Whatever Happened To Tax Cuts?
August 30, 2012
Has the GOP relegated talk of tax cuts to quiet rooms?
National Review, Race, And Me
August 29, 2012
I answer National Review's absurd claim that it's Democrats (including me!), not Republicans, who have introduced race into the 2012 campaign.
Why Mitt Romney Wants to Be Like James K. Polk
August 28, 2012
Romney's looking to the 11th U.S. president as a model. Does it have anything to do with Polk's importance to Mormon history?
Romney’s Losing Strategy
August 27, 2012
TAMPA—As they assemble in Tampa, the Republicans should consider not just whether they can win back the presidency in November, but whether they can create a viable majority that can endure past an election cycle. But they won’t. Mitt Romney and his party are oblivious to their longer term prospects.
Mad Murdoch Maligns Mousy Mitt
August 24, 2012
What's behind Rupert Murdoch's mistrust of Romney?
The Definitive Guide to the Medicare Debate
August 22, 2012
My best effort to cut through the Romney-Ryan doublespeak on Medicare and explain what they really want.
On the surface, Mitt Romney’s selection of Paul Ryan as his vice-presidential running mate is both daring and smart. It’s daring, obviously, because Ryan’s budgetary vision of a drastically reduced federal government presents such an existential threat to liberalism that it may unite Democrats in a death-or-glory stand behind President Obama. But it’s smart because Ryan has been one of the only Republicans since Ronald Reagan capable of inspiring the right while reassuring moderates.
August 02, 2012
It seems an historical accident that The Washington Post op-ed page—home to George F. Will, where Henry Kissinger comes to muse—gave birth to one of the great underground comics. But the legendary curator of that page, Meg Greenfield, had a rare (for an editorialist) streak of adventure that occasionally pointed her in the opposite direction of bow-tied bloviating.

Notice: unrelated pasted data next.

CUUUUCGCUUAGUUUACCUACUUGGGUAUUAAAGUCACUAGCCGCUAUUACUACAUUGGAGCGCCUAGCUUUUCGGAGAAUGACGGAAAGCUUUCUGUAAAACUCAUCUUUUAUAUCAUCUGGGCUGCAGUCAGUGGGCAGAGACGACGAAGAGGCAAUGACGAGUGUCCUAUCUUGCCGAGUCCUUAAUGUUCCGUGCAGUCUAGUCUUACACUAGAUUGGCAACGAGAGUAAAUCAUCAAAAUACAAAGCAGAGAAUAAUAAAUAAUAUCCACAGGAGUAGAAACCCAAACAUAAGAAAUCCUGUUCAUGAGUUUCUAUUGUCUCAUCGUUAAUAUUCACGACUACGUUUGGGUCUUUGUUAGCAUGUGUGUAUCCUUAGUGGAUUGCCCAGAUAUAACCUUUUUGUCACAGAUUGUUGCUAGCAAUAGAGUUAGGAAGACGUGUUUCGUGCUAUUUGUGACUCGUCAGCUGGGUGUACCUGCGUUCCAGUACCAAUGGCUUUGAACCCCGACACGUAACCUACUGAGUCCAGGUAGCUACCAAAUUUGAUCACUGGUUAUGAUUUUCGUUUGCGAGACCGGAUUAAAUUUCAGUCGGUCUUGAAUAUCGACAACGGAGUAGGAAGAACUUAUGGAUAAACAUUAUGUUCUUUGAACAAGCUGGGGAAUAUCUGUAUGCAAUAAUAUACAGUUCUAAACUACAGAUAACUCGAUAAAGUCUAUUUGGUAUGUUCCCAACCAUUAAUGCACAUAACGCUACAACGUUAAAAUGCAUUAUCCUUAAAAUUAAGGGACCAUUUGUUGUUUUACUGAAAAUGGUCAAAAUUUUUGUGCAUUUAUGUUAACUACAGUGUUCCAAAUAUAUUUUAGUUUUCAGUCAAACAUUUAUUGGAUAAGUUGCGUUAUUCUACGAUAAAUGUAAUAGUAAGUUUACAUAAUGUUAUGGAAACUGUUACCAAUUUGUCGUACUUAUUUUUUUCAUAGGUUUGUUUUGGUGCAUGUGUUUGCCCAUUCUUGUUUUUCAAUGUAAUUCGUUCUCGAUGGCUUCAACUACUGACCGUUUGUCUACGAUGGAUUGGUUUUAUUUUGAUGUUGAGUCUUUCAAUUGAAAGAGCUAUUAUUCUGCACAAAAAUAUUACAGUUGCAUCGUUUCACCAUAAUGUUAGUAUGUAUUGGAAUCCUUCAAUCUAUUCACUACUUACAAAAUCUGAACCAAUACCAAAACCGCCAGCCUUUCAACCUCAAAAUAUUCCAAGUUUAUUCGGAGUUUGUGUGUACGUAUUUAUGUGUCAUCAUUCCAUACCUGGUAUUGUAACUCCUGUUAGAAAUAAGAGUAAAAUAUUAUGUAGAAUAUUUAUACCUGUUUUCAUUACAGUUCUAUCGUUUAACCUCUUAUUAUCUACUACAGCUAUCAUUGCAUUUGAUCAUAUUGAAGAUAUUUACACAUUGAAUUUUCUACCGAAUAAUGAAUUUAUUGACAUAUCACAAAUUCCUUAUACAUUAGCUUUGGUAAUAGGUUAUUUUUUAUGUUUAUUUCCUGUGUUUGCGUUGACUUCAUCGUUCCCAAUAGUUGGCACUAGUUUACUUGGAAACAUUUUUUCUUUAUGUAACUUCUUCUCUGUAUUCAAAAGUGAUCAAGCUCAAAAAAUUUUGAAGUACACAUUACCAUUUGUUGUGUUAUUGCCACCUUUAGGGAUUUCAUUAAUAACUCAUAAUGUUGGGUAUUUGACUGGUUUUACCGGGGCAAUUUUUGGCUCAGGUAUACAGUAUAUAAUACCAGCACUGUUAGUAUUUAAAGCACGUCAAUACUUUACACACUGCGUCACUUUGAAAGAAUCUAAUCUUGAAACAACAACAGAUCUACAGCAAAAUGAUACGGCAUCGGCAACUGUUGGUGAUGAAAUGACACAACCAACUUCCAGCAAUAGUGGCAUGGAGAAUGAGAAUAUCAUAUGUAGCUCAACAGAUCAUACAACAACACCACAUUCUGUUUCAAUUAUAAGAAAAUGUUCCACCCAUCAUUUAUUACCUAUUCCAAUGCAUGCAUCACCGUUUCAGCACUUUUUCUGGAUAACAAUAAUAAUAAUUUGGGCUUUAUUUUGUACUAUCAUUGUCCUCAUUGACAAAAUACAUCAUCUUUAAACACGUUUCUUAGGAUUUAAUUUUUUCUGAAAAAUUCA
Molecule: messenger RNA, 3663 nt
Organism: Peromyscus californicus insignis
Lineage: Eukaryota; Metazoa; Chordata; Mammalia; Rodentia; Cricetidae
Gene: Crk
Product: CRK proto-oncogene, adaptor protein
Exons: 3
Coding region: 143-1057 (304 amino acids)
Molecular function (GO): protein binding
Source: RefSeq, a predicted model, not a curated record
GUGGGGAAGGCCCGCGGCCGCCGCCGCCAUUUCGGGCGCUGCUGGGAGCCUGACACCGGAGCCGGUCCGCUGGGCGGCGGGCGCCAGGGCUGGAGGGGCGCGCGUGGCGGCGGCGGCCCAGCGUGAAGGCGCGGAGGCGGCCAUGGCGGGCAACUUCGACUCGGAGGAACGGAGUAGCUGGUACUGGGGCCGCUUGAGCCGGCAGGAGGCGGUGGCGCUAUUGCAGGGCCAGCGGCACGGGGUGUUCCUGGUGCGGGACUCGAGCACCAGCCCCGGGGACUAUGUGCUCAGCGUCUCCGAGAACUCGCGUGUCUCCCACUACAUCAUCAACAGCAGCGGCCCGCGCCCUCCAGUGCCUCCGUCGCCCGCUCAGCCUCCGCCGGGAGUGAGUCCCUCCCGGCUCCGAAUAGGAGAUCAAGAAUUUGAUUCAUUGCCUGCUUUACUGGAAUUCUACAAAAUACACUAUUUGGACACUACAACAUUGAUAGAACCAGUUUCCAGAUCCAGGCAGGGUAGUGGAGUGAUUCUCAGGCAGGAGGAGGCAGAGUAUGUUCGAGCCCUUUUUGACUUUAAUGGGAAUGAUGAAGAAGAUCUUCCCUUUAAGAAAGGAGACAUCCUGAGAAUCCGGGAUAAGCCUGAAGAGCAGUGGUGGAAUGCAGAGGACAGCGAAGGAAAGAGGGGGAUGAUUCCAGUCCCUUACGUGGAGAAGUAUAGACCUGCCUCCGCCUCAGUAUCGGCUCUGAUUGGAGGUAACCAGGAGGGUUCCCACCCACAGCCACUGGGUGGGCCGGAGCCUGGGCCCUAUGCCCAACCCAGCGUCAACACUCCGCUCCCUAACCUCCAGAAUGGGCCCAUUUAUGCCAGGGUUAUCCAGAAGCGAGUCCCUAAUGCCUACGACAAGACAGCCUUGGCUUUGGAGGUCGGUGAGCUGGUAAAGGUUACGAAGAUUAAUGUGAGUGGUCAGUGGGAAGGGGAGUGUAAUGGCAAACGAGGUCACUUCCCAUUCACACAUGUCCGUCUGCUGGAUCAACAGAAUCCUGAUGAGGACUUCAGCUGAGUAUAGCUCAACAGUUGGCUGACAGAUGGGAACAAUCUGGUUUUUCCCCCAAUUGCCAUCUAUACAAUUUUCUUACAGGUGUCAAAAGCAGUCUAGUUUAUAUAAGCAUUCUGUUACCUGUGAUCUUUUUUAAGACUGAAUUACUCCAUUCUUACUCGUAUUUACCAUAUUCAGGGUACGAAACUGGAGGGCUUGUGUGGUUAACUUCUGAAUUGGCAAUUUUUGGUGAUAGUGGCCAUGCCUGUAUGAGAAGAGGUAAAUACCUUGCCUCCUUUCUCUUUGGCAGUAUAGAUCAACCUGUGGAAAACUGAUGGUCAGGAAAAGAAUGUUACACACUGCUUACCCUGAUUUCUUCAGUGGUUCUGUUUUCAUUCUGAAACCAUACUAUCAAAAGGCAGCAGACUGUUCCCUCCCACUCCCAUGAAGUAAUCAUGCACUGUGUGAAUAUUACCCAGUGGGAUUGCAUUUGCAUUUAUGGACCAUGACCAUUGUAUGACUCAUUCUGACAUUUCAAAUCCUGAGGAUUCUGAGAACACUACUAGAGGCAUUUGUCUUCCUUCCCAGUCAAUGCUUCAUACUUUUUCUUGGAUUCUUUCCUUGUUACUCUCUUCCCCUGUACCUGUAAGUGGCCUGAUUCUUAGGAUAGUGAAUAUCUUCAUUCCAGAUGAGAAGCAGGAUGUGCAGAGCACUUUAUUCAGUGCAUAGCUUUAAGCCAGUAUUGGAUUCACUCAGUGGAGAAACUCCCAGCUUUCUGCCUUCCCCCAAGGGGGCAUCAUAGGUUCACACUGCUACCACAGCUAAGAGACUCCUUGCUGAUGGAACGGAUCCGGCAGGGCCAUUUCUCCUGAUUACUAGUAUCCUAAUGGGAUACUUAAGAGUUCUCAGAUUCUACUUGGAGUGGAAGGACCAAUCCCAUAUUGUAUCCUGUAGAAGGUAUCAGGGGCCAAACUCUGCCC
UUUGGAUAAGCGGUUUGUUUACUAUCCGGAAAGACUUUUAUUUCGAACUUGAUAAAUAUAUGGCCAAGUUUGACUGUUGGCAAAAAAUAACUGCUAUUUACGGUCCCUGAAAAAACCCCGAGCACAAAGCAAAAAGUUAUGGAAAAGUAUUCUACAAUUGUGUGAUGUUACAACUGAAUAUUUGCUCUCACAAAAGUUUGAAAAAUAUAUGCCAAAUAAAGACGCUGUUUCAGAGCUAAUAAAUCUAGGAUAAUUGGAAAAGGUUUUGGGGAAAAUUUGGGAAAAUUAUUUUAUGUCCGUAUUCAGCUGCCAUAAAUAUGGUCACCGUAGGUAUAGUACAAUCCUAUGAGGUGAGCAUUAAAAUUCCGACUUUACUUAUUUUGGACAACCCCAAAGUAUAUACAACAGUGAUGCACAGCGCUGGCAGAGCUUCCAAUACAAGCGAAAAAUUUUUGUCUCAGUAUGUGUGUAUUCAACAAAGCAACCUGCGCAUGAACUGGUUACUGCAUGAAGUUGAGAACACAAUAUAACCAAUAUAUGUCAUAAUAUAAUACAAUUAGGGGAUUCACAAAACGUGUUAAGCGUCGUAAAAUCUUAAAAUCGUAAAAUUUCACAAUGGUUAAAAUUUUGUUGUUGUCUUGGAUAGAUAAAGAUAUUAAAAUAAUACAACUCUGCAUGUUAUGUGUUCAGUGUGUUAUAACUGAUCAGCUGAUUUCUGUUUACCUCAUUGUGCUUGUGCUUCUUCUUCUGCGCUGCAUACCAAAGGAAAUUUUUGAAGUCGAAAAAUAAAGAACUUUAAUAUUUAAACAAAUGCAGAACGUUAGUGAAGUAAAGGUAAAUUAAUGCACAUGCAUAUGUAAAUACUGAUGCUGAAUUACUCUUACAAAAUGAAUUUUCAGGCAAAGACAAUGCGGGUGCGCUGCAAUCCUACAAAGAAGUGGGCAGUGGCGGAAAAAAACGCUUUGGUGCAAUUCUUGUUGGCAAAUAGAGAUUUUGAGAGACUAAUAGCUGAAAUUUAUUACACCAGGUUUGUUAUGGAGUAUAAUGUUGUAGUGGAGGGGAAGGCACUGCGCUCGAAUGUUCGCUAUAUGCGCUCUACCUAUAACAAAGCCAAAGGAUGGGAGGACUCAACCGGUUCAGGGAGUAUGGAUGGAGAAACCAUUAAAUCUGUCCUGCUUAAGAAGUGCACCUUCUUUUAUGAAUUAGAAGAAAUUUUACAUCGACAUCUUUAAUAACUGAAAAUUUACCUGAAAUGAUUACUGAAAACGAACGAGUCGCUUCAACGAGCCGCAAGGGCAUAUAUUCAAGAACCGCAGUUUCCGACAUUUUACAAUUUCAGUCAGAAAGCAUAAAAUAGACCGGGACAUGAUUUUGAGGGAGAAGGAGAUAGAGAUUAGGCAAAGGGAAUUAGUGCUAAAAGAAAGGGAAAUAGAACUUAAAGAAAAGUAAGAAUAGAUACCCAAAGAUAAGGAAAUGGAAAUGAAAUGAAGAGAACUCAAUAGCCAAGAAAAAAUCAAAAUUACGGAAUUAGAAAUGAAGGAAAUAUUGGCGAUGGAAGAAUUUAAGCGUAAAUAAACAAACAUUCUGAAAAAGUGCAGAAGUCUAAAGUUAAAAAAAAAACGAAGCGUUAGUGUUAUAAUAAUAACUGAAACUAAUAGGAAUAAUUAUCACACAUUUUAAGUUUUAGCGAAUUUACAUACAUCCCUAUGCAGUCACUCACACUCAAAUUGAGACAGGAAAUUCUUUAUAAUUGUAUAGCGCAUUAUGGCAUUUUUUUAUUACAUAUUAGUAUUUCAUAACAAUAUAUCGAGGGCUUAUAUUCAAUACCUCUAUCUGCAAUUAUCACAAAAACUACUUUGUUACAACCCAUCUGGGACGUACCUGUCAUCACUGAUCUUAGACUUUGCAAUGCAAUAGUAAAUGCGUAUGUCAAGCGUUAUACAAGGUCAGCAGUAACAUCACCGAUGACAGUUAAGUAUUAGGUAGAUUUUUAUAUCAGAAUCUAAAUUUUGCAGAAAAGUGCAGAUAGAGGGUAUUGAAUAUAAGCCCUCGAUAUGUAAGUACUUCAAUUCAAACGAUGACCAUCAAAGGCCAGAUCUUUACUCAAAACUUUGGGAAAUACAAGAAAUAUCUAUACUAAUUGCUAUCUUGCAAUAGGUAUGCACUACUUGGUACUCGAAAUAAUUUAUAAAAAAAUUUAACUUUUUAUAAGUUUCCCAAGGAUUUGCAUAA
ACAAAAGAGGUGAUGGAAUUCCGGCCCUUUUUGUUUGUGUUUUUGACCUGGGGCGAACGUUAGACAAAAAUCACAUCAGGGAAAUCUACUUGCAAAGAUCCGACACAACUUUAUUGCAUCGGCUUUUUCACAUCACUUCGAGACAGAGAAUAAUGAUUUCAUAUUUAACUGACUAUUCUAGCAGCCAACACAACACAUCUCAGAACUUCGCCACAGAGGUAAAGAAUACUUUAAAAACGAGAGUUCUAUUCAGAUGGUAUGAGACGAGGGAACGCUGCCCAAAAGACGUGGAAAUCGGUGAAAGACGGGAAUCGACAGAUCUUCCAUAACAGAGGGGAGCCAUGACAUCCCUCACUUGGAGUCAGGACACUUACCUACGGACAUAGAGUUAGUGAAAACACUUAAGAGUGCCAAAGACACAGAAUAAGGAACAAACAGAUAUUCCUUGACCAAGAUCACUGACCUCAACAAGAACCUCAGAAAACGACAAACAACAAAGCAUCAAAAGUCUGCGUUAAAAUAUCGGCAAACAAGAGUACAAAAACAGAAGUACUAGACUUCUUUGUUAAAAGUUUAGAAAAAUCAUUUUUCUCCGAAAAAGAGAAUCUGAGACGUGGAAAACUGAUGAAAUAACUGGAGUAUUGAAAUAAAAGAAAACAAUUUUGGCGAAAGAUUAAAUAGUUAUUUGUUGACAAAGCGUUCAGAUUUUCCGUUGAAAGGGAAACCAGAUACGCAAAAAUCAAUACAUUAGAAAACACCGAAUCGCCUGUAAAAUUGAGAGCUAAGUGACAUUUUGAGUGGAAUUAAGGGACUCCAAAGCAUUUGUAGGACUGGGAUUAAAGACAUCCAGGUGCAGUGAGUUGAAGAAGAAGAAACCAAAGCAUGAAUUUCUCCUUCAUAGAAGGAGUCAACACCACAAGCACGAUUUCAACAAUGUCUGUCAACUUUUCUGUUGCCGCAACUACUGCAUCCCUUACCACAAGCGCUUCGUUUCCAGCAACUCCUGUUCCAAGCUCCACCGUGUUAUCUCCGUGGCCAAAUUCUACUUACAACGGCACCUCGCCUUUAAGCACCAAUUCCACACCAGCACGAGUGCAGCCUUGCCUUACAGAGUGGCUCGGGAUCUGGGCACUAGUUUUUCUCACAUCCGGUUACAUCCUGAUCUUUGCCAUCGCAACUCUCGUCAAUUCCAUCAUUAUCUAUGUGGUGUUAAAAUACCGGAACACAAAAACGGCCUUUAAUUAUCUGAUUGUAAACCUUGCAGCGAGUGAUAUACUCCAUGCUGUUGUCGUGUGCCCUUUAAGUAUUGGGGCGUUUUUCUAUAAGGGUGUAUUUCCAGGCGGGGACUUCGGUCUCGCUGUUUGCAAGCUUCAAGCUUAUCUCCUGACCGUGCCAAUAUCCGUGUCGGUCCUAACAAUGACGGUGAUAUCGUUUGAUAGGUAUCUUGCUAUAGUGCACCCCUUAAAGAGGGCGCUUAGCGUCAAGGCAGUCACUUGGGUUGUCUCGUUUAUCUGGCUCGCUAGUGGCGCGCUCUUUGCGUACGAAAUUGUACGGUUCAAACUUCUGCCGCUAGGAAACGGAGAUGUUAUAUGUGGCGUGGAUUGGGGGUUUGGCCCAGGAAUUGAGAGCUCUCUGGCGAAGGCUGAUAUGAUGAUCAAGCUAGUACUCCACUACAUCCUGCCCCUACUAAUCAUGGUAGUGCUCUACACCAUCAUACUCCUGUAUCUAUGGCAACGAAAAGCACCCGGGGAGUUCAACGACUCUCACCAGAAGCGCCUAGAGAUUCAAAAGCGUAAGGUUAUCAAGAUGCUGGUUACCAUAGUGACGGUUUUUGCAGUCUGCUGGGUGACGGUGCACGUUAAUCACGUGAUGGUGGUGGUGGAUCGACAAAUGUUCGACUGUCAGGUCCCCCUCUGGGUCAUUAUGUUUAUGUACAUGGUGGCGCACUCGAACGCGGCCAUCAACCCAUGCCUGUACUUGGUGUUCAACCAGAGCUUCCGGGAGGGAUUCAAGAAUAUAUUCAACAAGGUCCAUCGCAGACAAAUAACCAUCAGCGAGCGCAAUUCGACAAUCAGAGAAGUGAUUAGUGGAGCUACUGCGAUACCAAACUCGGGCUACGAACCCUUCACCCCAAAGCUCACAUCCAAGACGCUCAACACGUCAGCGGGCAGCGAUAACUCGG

President Obama’s team perhaps once hoped to reenact Ronald Reagan’s triumphant 1984 march to reelection. But it’s now clear that they’re condemned to repeat George W. Bush’s much less inspiring campaign in 2004. The playbook is clear: A barrage of negative advertising to define your opponent before he can define himself; a stream of issues and events to mobilize your base; and a meticulous ground game to squeeze every last vote out of the base come November.
Between the Lines
July 13, 2012
SOME VICTORIES prepare the ground for more victories; others lay the basis for future defeats. The great question for liberals about the Supreme Court’s decision on the Affordable Care Act (ACA) is which kind of victory it is. John Roberts’s decision to spare the ACA at least allows the president this fall to claim health reform as a major achievement. But the chief justice’s new limits on the scope of the Commerce clause and federal spending powers may put future reforms at risk of being struck down and require liberals to rethink their approach to national policy.